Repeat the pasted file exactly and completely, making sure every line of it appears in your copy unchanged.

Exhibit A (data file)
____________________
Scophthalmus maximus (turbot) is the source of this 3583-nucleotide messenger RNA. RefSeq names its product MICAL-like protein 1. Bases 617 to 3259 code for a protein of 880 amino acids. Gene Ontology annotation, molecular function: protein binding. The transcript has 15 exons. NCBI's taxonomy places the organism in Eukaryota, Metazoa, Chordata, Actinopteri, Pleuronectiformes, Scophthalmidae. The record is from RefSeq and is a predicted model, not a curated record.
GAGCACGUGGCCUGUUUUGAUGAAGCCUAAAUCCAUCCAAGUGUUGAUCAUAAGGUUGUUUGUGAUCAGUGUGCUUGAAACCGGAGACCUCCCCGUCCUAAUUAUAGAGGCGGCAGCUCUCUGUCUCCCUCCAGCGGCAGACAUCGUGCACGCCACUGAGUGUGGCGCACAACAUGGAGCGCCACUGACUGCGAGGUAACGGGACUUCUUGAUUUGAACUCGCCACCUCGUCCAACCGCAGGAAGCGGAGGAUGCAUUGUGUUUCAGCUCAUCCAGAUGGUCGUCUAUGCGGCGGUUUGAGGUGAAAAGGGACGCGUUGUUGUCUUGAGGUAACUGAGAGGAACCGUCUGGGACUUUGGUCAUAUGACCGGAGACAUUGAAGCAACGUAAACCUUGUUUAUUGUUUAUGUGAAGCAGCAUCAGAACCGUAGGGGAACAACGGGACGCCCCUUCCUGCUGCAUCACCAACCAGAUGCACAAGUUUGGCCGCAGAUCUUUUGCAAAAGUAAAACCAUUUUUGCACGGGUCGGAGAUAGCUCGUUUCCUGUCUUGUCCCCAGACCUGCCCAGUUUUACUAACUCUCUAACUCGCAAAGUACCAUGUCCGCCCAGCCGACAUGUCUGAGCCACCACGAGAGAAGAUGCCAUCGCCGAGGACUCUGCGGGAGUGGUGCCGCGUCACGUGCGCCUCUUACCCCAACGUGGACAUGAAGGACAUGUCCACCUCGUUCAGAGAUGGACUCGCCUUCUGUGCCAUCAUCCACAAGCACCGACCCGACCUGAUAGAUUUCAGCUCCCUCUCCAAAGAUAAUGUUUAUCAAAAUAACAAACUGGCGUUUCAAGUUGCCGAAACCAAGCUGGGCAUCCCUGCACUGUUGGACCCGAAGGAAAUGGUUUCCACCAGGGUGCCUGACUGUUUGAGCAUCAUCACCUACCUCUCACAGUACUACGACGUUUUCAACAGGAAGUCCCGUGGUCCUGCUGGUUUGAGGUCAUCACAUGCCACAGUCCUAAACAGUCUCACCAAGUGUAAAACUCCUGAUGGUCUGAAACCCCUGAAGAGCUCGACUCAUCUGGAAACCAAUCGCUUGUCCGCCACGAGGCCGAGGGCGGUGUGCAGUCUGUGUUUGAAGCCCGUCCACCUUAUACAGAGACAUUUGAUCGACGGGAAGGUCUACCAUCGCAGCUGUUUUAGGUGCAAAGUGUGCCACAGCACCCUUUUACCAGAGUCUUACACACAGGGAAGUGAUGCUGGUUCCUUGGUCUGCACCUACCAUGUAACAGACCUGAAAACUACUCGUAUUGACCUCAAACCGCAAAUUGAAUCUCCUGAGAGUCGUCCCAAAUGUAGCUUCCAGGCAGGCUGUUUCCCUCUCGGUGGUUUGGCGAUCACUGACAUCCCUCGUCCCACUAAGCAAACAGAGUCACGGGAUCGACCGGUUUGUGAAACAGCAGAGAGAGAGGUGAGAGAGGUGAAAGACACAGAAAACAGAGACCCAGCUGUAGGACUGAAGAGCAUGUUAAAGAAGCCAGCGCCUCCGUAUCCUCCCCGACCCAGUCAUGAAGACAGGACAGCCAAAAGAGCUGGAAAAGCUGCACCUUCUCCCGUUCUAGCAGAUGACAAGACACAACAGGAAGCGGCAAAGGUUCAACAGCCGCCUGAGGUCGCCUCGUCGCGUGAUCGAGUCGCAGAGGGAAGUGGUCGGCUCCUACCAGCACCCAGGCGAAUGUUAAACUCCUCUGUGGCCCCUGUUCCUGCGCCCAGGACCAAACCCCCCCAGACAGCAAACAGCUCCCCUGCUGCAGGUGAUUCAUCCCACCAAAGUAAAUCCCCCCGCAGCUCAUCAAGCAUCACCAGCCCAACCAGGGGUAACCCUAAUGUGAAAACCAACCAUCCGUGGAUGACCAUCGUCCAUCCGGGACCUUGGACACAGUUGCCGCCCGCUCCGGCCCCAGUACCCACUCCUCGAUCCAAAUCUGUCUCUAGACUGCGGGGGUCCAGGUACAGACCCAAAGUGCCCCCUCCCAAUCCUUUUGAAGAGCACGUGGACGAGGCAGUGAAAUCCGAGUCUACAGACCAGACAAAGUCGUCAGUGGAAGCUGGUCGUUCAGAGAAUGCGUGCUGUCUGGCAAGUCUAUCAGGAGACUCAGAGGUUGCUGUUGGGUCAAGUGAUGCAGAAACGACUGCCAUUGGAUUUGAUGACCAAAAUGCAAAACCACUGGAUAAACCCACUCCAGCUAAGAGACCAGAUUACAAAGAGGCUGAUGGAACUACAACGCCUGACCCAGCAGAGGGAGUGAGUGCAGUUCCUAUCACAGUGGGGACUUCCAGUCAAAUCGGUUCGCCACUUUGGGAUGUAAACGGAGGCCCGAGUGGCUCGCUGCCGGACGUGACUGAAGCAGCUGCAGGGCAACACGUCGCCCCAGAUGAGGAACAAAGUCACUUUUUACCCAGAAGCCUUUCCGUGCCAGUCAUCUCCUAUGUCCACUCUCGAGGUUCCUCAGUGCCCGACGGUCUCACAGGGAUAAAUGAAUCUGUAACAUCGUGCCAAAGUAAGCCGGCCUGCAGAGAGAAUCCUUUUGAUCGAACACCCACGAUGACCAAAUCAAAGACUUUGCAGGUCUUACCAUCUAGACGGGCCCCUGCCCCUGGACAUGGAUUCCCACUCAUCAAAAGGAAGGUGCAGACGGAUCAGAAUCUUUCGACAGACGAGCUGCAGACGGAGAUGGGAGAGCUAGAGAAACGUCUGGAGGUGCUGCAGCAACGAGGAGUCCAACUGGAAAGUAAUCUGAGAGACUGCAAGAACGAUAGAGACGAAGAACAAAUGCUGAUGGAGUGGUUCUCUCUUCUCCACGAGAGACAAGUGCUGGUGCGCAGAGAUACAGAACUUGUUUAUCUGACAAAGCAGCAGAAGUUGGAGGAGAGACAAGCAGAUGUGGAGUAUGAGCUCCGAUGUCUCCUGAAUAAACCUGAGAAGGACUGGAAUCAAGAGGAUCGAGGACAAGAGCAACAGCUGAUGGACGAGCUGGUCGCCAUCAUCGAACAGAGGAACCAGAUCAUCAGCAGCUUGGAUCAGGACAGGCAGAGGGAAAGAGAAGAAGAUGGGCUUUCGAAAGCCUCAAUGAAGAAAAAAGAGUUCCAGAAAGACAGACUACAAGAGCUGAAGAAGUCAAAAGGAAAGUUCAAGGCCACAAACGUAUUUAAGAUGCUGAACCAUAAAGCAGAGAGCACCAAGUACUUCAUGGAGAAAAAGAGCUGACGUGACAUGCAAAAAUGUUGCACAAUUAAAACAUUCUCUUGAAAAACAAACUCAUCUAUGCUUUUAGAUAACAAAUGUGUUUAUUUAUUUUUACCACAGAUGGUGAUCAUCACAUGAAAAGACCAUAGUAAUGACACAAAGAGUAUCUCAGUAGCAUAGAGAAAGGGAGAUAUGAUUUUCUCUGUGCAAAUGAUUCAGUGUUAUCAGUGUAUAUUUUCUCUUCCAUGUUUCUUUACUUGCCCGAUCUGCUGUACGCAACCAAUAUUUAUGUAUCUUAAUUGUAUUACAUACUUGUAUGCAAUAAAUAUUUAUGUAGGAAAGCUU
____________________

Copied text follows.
Scophthalmus maximus (turbot) is the source of this 3583-nucleotide messenger RNA. RefSeq names its product MICAL-like protein 1. Bases 617 to 3259 code for a protein of 880 amino acids. Gene Ontology annotation, molecular function: protein binding. The transcript has 15 exons. NCBI's taxonomy places the organism in Eukaryota, Metazoa, Chordata, Actinopteri, Pleuronectiformes, Scophthalmidae. The record is from RefSeq and is a predicted model, not a curated record.
GAGCACGUGGCCUGUUUUGAUGAAGCCUAAAUCCAUCCAAGUGUUGAUCAUAAGGUUGUUUGUGAUCAGUGUGCUUGAAACCGGAGACCUCCCCGUCCUAAUUAUAGAGGCGGCAGCUCUCUGUCUCCCUCCAGCGGCAGACAUCGUGCACGCCACUGAGUGUGGCGCACAACAUGGAGCGCCACUGACUGCGAGGUAACGGGACUUCUUGAUUUGAACUCGCCACCUCGUCCAACCGCAGGAAGCGGAGGAUGCAUUGUGUUUCAGCUCAUCCAGAUGGUCGUCUAUGCGGCGGUUUGAGGUGAAAAGGGACGCGUUGUUGUCUUGAGGUAACUGAGAGGAACCGUCUGGGACUUUGGUCAUAUGACCGGAGACAUUGAAGCAACGUAAACCUUGUUUAUUGUUUAUGUGAAGCAGCAUCAGAACCGUAGGGGAACAACGGGACGCCCCUUCCUGCUGCAUCACCAACCAGAUGCACAAGUUUGGCCGCAGAUCUUUUGCAAAAGUAAAACCAUUUUUGCACGGGUCGGAGAUAGCUCGUUUCCUGUCUUGUCCCCAGACCUGCCCAGUUUUACUAACUCUCUAACUCGCAAAGUACCAUGUCCGCCCAGCCGACAUGUCUGAGCCACCACGAGAGAAGAUGCCAUCGCCGAGGACUCUGCGGGAGUGGUGCCGCGUCACGUGCGCCUCUUACCCCAACGUGGACAUGAAGGACAUGUCCACCUCGUUCAGAGAUGGACUCGCCUUCUGUGCCAUCAUCCACAAGCACCGACCCGACCUGAUAGAUUUCAGCUCCCUCUCCAAAGAUAAUGUUUAUCAAAAUAACAAACUGGCGUUUCAAGUUGCCGAAACCAAGCUGGGCAUCCCUGCACUGUUGGACCCGAAGGAAAUGGUUUCCACCAGGGUGCCUGACUGUUUGAGCAUCAUCACCUACCUCUCACAGUACUACGACGUUUUCAACAGGAAGUCCCGUGGUCCUGCUGGUUUGAGGUCAUCACAUGCCACAGUCCUAAACAGUCUCACCAAGUGUAAAACUCCUGAUGGUCUGAAACCCCUGAAGAGCUCGACUCAUCUGGAAACCAAUCGCUUGUCCGCCACGAGGCCGAGGGCGGUGUGCAGUCUGUGUUUGAAGCCCGUCCACCUUAUACAGAGACAUUUGAUCGACGGGAAGGUCUACCAUCGCAGCUGUUUUAGGUGCAAAGUGUGCCACAGCACCCUUUUACCAGAGUCUUACACACAGGGAAGUGAUGCUGGUUCCUUGGUCUGCACCUACCAUGUAACAGACCUGAAAACUACUCGUAUUGACCUCAAACCGCAAAUUGAAUCUCCUGAGAGUCGUCCCAAAUGUAGCUUCCAGGCAGGCUGUUUCCCUCUCGGUGGUUUGGCGAUCACUGACAUCCCUCGUCCCACUAAGCAAACAGAGUCACGGGAUCGACCGGUUUGUGAAACAGCAGAGAGAGAGGUGAGAGAGGUGAAAGACACAGAAAACAGAGACCCAGCUGUAGGACUGAAGAGCAUGUUAAAGAAGCCAGCGCCUCCGUAUCCUCCCCGACCCAGUCAUGAAGACAGGACAGCCAAAAGAGCUGGAAAAGCUGCACCUUCUCCCGUUCUAGCAGAUGACAAGACACAACAGGAAGCGGCAAAGGUUCAACAGCCGCCUGAGGUCGCCUCGUCGCGUGAUCGAGUCGCAGAGGGAAGUGGUCGGCUCCUACCAGCACCCAGGCGAAUGUUAAACUCCUCUGUGGCCCCUGUUCCUGCGCCCAGGACCAAACCCCCCCAGACAGCAAACAGCUCCCCUGCUGCAGGUGAUUCAUCCCACCAAAGUAAAUCCCCCCGCAGCUCAUCAAGCAUCACCAGCCCAACCAGGGGUAACCCUAAUGUGAAAACCAACCAUCCGUGGAUGACCAUCGUCCAUCCGGGACCUUGGACACAGUUGCCGCCCGCUCCGGCCCCAGUACCCACUCCUCGAUCCAAAUCUGUCUCUAGACUGCGGGGGUCCAGGUACAGACCCAAAGUGCCCCCUCCCAAUCCUUUUGAAGAGCACGUGGACGAGGCAGUGAAAUCCGAGUCUACAGACCAGACAAAGUCGUCAGUGGAAGCUGGUCGUUCAGAGAAUGCGUGCUGUCUGGCAAGUCUAUCAGGAGACUCAGAGGUUGCUGUUGGGUCAAGUGAUGCAGAAACGACUGCCAUUGGAUUUGAUGACCAAAAUGCAAAACCACUGGAUAAACCCACUCCAGCUAAGAGACCAGAUUACAAAGAGGCUGAUGGAACUACAACGCCUGACCCAGCAGAGGGAGUGAGUGCAGUUCCUAUCACAGUGGGGACUUCCAGUCAAAUCGGUUCGCCACUUUGGGAUGUAAACGGAGGCCCGAGUGGCUCGCUGCCGGACGUGACUGAAGCAGCUGCAGGGCAACACGUCGCCCCAGAUGAGGAACAAAGUCACUUUUUACCCAGAAGCCUUUCCGUGCCAGUCAUCUCCUAUGUCCACUCUCGAGGUUCCUCAGUGCCCGACGGUCUCACAGGGAUAAAUGAAUCUGUAACAUCGUGCCAAAGUAAGCCGGCCUGCAGAGAGAAUCCUUUUGAUCGAACACCCACGAUGACCAAAUCAAAGACUUUGCAGGUCUUACCAUCUAGACGGGCCCCUGCCCCUGGACAUGGAUUCCCACUCAUCAAAAGGAAGGUGCAGACGGAUCAGAAUCUUUCGACAGACGAGCUGCAGACGGAGAUGGGAGAGCUAGAGAAACGUCUGGAGGUGCUGCAGCAACGAGGAGUCCAACUGGAAAGUAAUCUGAGAGACUGCAAGAACGAUAGAGACGAAGAACAAAUGCUGAUGGAGUGGUUCUCUCUUCUCCACGAGAGACAAGUGCUGGUGCGCAGAGAUACAGAACUUGUUUAUCUGACAAAGCAGCAGAAGUUGGAGGAGAGACAAGCAGAUGUGGAGUAUGAGCUCCGAUGUCUCCUGAAUAAACCUGAGAAGGACUGGAAUCAAGAGGAUCGAGGACAAGAGCAACAGCUGAUGGACGAGCUGGUCGCCAUCAUCGAACAGAGGAACCAGAUCAUCAGCAGCUUGGAUCAGGACAGGCAGAGGGAAAGAGAAGAAGAUGGGCUUUCGAAAGCCUCAAUGAAGAAAAAAGAGUUCCAGAAAGACAGACUACAAGAGCUGAAGAAGUCAAAAGGAAAGUUCAAGGCCACAAACGUAUUUAAGAUGCUGAACCAUAAAGCAGAGAGCACCAAGUACUUCAUGGAGAAAAAGAGCUGACGUGACAUGCAAAAAUGUUGCACAAUUAAAACAUUCUCUUGAAAAACAAACUCAUCUAUGCUUUUAGAUAACAAAUGUGUUUAUUUAUUUUUACCACAGAUGGUGAUCAUCACAUGAAAAGACCAUAGUAAUGACACAAAGAGUAUCUCAGUAGCAUAGAGAAAGGGAGAUAUGAUUUUCUCUGUGCAAAUGAUUCAGUGUUAUCAGUGUAUAUUUUCUCUUCCAUGUUUCUUUACUUGCCCGAUCUGCUGUACGCAACCAAUAUUUAUGUAUCUUAAUUGUAUUACAUACUUGUAUGCAAUAAAUAUUUAUGUAGGAAAGCUU